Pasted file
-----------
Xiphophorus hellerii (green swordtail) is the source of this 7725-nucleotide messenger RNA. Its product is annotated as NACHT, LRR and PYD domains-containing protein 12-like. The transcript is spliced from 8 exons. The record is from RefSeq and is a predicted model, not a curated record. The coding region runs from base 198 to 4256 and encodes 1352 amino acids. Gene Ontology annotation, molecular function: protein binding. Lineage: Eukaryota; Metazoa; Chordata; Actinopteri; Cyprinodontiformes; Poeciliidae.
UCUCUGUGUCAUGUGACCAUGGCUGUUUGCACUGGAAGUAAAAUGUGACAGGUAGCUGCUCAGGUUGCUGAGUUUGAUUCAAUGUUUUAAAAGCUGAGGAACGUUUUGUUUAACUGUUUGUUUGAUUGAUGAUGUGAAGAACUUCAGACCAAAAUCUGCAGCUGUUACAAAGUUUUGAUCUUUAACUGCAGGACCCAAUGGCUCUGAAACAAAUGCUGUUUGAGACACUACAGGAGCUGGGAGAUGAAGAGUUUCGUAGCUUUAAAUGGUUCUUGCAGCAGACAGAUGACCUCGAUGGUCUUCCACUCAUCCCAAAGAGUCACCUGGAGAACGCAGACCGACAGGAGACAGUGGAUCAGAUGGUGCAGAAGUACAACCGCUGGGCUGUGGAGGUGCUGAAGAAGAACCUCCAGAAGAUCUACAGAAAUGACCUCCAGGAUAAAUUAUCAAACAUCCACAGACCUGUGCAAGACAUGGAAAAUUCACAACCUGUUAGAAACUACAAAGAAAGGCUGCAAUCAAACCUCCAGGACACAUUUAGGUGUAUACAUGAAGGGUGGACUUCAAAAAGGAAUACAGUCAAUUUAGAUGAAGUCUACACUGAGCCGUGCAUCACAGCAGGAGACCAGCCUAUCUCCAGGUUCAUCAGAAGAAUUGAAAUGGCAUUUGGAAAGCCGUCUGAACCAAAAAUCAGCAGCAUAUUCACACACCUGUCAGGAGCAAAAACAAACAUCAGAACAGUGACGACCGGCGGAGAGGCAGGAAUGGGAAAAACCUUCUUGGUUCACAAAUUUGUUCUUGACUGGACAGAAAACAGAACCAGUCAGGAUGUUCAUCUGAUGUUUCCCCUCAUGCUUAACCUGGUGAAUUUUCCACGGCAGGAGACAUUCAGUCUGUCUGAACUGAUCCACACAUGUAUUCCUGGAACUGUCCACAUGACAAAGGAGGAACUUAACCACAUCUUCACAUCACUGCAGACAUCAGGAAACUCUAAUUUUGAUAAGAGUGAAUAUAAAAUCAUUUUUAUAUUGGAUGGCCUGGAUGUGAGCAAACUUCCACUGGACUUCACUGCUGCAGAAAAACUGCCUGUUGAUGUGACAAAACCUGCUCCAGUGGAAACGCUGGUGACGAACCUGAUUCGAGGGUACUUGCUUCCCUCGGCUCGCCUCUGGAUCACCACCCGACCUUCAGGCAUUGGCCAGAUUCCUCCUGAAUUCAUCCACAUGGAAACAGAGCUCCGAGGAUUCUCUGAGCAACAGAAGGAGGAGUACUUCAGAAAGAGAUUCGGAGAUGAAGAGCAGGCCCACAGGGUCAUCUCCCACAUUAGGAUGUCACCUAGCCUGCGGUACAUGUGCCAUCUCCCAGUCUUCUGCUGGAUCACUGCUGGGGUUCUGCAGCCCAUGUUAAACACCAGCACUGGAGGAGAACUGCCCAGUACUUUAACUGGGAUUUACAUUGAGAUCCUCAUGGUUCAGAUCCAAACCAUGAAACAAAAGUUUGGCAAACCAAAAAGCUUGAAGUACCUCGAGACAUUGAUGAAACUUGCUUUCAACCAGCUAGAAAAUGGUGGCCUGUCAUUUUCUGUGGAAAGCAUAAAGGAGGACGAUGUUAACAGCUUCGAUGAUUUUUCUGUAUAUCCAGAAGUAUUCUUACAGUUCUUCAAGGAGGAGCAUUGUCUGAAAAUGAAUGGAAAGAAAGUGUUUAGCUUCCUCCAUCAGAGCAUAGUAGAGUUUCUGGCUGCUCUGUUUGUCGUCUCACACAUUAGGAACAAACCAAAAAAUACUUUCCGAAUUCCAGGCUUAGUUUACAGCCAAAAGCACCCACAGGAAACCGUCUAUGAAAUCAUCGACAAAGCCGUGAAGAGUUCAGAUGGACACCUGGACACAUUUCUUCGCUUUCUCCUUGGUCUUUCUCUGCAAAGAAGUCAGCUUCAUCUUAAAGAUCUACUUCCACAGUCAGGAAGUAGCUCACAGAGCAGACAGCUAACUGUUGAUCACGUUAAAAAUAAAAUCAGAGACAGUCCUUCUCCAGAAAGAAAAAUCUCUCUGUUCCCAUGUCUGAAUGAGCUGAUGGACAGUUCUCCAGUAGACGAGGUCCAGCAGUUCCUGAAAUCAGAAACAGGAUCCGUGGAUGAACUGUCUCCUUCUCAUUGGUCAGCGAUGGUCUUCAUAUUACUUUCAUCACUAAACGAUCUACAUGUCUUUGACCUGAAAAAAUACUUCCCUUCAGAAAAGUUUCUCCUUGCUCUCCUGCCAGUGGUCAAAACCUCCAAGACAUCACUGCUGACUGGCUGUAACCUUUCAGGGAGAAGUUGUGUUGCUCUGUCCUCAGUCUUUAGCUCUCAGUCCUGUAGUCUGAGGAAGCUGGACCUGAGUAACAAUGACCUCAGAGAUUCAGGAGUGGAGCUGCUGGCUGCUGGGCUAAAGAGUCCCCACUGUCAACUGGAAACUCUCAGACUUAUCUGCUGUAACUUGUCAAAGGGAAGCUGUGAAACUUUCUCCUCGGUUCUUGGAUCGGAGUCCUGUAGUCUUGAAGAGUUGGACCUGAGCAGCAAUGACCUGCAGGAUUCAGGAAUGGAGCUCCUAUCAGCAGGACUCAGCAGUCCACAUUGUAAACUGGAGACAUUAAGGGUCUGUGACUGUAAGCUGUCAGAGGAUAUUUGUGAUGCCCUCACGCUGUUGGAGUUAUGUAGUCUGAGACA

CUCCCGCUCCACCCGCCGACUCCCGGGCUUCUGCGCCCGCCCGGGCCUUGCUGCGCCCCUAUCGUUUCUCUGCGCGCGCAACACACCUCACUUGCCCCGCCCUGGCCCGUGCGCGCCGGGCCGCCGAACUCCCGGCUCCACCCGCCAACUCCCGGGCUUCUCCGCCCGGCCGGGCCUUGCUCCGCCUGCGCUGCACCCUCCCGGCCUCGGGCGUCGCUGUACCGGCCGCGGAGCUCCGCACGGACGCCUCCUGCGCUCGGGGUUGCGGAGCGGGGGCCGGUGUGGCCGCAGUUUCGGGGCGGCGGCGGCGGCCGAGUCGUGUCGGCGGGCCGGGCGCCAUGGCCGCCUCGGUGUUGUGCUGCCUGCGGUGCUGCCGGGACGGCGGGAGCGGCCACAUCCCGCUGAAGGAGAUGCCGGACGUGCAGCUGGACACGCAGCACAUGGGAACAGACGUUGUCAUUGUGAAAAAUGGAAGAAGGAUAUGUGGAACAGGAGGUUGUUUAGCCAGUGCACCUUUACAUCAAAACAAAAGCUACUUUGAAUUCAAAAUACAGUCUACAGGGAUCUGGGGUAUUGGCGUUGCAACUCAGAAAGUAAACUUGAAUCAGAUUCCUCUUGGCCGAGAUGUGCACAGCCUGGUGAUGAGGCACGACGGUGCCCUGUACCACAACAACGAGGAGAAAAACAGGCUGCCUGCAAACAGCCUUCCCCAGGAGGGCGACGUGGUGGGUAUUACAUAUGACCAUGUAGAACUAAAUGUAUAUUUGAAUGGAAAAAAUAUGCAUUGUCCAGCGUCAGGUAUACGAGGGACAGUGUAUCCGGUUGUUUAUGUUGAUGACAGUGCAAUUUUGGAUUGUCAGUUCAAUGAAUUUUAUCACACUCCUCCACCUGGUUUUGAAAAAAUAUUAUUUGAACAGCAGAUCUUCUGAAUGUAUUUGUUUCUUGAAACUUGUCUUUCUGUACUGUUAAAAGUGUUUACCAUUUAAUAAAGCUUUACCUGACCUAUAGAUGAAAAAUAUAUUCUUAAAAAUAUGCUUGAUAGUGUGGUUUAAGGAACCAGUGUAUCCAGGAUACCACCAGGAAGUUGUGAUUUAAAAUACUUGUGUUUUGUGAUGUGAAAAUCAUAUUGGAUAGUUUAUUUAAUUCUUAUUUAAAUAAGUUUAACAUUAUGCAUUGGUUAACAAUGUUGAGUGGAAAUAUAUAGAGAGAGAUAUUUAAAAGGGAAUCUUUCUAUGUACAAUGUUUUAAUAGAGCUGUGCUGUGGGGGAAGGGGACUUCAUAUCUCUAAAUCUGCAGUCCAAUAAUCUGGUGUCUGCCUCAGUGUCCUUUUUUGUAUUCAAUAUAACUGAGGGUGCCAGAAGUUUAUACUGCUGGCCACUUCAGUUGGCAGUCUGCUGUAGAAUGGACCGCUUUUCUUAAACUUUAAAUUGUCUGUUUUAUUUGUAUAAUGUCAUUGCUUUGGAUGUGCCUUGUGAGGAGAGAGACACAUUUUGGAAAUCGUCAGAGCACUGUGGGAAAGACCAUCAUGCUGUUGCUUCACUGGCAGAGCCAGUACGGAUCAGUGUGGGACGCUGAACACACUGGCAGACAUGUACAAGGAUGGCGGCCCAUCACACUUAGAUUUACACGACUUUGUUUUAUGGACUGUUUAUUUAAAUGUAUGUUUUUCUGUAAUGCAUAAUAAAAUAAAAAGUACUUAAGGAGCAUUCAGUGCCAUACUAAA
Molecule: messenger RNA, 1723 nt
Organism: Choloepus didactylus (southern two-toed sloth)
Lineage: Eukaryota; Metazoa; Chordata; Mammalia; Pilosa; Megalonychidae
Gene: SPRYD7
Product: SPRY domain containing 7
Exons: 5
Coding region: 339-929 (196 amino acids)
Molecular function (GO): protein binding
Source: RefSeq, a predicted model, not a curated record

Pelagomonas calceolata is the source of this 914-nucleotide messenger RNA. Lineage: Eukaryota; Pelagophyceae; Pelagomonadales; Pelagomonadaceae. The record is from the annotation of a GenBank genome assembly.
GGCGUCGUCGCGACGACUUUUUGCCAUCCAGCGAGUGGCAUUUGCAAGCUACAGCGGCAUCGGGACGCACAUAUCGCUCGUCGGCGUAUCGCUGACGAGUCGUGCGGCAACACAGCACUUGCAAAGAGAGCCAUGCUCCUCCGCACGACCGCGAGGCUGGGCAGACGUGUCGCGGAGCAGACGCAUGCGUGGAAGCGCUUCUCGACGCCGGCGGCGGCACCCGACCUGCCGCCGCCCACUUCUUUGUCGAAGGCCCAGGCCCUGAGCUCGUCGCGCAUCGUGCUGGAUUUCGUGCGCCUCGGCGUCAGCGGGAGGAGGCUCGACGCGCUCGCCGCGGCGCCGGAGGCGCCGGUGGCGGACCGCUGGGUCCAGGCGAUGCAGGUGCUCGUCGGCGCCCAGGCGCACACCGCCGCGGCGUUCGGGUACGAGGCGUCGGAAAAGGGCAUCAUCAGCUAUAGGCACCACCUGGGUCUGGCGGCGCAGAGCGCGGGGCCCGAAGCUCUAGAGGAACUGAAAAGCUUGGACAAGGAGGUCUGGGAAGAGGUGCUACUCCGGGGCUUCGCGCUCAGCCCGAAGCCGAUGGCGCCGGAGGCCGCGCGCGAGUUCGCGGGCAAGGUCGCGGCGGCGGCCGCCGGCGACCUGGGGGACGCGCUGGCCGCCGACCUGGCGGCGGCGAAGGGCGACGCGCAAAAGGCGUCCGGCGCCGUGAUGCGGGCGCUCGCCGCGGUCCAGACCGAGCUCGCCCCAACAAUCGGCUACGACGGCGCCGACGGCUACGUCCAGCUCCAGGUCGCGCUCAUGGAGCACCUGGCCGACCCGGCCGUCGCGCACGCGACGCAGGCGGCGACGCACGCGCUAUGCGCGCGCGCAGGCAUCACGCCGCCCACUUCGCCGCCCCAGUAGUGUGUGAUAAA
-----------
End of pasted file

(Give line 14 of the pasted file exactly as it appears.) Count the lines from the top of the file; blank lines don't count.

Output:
GGCGUCGUCGCGACGACUUUUUGCCAUCCAGCGAGUGGCAUUUGCAAGCUACAGCGGCAUCGGGACGCACAUAUCGCUCGUCGGCGUAUCGCUGACGAGUCGUGCGGCAACACAGCACUUGCAAAGAGAGCCAUGCUCCUCCGCACGACCGCGAGGCUGGGCAGACGUGUCGCGGAGCAGACGCAUGCGUGGAAGCGCUUCUCGACGCCGGCGGCGGCACCCGACCUGCCGCCGCCCACUUCUUUGUCGAAGGCCCAGGCCCUGAGCUCGUCGCGCAUCGUGCUGGAUUUCGUGCGCCUCGGCGUCAGCGGGAGGAGGCUCGACGCGCUCGCCGCGGCGCCGGAGGCGCCGGUGGCGGACCGCUGGGUCCAGGCGAUGCAGGUGCUCGUCGGCGCCCAGGCGCACACCGCCGCGGCGUUCGGGUACGAGGCGUCGGAAAAGGGCAUCAUCAGCUAUAGGCACCACCUGGGUCUGGCGGCGCAGAGCGCGGGGCCCGAAGCUCUAGAGGAACUGAAAAGCUUGGACAAGGAGGUCUGGGAAGAGGUGCUACUCCGGGGCUUCGCGCUCAGCCCGAAGCCGAUGGCGCCGGAGGCCGCGCGCGAGUUCGCGGGCAAGGUCGCGGCGGCGGCCGCCGGCGACCUGGGGGACGCGCUGGCCGCCGACCUGGCGGCGGCGAAGGGCGACGCGCAAAAGGCGUCCGGCGCCGUGAUGCGGGCGCUCGCCGCGGUCCAGACCGAGCUCGCCCCAACAAUCGGCUACGACGGCGCCGACGGCUACGUCCAGCUCCAGGUCGCGCUCAUGGAGCACCUGGCCGACCCGGCCGUCGCGCACGCGACGCAGGCGGCGACGCACGCGCUAUGCGCGCGCGCAGGCAUCACGCCGCCCACUUCGCCGCCCCAGUAGUGUGUGAUAAA